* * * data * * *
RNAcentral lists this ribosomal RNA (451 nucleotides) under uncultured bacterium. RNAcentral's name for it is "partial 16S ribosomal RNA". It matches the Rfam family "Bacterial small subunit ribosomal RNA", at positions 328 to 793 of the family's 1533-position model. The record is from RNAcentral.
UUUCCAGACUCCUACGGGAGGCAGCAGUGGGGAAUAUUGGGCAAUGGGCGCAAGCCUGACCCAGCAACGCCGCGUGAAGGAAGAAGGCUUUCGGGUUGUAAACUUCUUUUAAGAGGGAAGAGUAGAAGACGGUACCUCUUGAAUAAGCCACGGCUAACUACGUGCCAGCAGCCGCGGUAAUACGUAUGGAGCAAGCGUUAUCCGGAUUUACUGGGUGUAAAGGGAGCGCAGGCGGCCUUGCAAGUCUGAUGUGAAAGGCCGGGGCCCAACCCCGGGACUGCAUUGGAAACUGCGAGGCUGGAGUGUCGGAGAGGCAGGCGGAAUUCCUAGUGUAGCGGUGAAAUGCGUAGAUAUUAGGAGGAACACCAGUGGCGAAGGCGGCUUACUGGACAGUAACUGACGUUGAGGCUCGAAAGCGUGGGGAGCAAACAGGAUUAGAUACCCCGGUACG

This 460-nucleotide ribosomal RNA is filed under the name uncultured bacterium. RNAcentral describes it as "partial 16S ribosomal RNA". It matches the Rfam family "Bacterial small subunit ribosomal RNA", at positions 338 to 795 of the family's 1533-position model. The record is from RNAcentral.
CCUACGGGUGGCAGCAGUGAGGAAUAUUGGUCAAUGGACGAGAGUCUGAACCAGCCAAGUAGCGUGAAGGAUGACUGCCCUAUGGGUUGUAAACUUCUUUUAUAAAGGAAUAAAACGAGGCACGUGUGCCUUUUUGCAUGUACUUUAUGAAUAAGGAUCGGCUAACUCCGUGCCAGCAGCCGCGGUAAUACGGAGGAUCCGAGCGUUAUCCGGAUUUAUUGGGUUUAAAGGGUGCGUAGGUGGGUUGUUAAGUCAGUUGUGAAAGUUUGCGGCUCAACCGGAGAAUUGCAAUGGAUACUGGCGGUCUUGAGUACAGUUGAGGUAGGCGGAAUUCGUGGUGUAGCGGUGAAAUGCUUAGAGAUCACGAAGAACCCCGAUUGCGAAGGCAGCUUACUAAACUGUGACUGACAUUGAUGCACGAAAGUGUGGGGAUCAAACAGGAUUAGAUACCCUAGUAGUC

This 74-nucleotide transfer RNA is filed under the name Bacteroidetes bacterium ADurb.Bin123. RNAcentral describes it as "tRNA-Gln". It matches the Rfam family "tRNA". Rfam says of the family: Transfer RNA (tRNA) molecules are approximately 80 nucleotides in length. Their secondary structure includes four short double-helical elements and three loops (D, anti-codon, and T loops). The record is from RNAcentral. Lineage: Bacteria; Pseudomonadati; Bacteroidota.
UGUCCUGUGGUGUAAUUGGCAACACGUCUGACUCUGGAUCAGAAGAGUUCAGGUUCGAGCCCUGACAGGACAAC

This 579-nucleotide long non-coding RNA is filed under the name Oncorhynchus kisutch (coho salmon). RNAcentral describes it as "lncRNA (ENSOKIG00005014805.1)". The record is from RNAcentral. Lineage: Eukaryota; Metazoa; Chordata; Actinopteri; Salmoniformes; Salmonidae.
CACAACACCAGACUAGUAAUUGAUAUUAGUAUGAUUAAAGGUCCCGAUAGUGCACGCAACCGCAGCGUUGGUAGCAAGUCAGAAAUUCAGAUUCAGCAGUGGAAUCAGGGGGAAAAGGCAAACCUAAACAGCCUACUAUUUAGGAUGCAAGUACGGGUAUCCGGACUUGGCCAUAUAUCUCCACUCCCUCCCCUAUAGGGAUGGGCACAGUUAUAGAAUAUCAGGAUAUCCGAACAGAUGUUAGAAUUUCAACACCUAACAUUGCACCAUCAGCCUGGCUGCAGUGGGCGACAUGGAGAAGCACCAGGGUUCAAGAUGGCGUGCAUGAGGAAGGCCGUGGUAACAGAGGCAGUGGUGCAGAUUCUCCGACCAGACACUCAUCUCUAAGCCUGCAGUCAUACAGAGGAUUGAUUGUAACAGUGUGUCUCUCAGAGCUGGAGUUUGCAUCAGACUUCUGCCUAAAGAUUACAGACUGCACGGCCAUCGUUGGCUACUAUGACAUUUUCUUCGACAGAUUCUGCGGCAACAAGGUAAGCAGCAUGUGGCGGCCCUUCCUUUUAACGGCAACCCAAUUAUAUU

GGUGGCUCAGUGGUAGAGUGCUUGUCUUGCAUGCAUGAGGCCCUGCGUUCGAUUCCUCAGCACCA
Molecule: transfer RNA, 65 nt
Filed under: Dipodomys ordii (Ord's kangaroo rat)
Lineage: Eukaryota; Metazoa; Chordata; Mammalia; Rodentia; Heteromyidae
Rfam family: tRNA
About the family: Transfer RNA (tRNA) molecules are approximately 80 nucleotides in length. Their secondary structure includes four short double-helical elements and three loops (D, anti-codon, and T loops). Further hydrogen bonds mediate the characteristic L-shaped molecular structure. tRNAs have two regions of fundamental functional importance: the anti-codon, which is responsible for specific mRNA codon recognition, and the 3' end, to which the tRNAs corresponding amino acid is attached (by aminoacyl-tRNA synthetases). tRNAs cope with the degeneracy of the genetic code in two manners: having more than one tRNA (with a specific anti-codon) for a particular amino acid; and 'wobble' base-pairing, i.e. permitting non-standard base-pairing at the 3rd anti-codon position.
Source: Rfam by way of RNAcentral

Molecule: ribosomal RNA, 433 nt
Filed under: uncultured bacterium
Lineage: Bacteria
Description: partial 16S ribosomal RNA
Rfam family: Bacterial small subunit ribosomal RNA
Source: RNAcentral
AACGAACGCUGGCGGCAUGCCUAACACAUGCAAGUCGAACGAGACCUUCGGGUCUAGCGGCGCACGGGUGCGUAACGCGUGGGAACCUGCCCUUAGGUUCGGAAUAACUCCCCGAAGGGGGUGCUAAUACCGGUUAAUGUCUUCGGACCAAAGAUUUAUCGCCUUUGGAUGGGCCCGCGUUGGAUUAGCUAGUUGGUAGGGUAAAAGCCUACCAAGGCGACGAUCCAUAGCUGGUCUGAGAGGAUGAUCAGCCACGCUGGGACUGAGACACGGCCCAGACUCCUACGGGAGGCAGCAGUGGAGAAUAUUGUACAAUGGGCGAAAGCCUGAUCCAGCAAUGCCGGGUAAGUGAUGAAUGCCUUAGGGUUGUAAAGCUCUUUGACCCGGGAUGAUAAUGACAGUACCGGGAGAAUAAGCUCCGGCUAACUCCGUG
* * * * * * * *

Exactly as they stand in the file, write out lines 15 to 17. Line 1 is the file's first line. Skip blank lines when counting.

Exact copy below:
Source: Rfam by way of RNAcentral

Molecule: ribosomal RNA, 433 nt
Filed under: uncultured bacterium